From education to employment

Sudakshina Mukherjee on the National Employer Skills Survey (NESS) and Wha

Following the article on the National Employer Skills Survey (NESS) 2005 report, issued and compiled by the Learning and Skills Council (LSC), here is a further look at the issues raised therein.

There were a number of findings which show that the figures have not actually budged at all over a number of years. The fact that there has hardly been any change in the figures of solving skills-related recruitment difficulties from 2005 to 2006 is an issue of concern.


A report by the Confederation of British Industry (CBI), entitled “Further Skills for Success: Competition delivers for learners,” touches upon the static nature of this position: “Improvements to the skills of UK workers have contributed to around one fifth of annual growth in the UK economy over the past 25 years”¦Improving skills more quickly than in the past has the potential to increase this contribution, but it requires better delivery by public and private providers in response to demand from learners and employers. A successful demand-led system will have high quality tailored training provision at its heart.”

Secondly, the proportion of establishments reporting any (unprompted) skill-shortage vacancies (SSVs) has remained unchanged at 4 % since 2001. So, while it is great this figure does not seem to get any higher, the fact that it does not decrease is also a cause for concern for all involved. More importantly, how can this figure be reduced?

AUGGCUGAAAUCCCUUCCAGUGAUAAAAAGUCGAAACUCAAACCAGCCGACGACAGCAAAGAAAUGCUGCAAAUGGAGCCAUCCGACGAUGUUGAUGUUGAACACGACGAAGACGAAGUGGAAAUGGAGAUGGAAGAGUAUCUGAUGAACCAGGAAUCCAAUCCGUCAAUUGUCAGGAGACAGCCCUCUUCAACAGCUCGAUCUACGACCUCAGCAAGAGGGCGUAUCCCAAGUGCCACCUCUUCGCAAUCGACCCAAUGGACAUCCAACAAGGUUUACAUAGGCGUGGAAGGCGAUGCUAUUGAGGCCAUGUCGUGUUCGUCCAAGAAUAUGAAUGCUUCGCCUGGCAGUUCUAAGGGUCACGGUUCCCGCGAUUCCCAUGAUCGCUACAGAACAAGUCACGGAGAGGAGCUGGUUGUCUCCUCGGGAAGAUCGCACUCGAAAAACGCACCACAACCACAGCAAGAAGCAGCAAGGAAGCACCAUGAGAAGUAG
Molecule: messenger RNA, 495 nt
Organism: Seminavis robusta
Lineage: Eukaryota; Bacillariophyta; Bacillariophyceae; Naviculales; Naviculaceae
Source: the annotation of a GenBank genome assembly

Back to Basics

The CBI report believes the solution lies at a grassroot level: “Over recent years a sustained higher level of investment has gone into the education system. Much of this additional spending has rightly focused on schools ““ low levels of literacy and numeracy must be tackled as they hold school leavers back by damaging their prospects in employment and wider life.”

While this is a long-term plan, the direct impact upon employees who are faced with a skills-shortage is going to be minimal. So what needs to be addressed is more high-quality training that should be regarded as an important component in the budgets of establishments. So far, 65 % of employers had funded or arranged any training or development for any of their workforce in the previous 12 months. This figure is little changed from 2004 (64 %), though higher than the percentage providing training in 2003 (59 %). What really needs to be investigated now is why the remaining 35 % of establishments have not incorporated training allowances.

The CBI outlines the importance on the provision of high-quality training: “All providers in the further education sector should deliver the highest quality of service to clients ““ be they individual learners or employers. Bodies that have commissioned their services, such as Sector Skills Councils (SSCs) and the LSC are entitled to demand high quality provision. PVI providers have skills and experience to offer and it is the right choice to involve them. Extending the use of competition in the sector is, we believe, the only workable way to ensure the best provider is able to deliver the high quality service the learner and employer requires.”

Sudakshina Mukherjee

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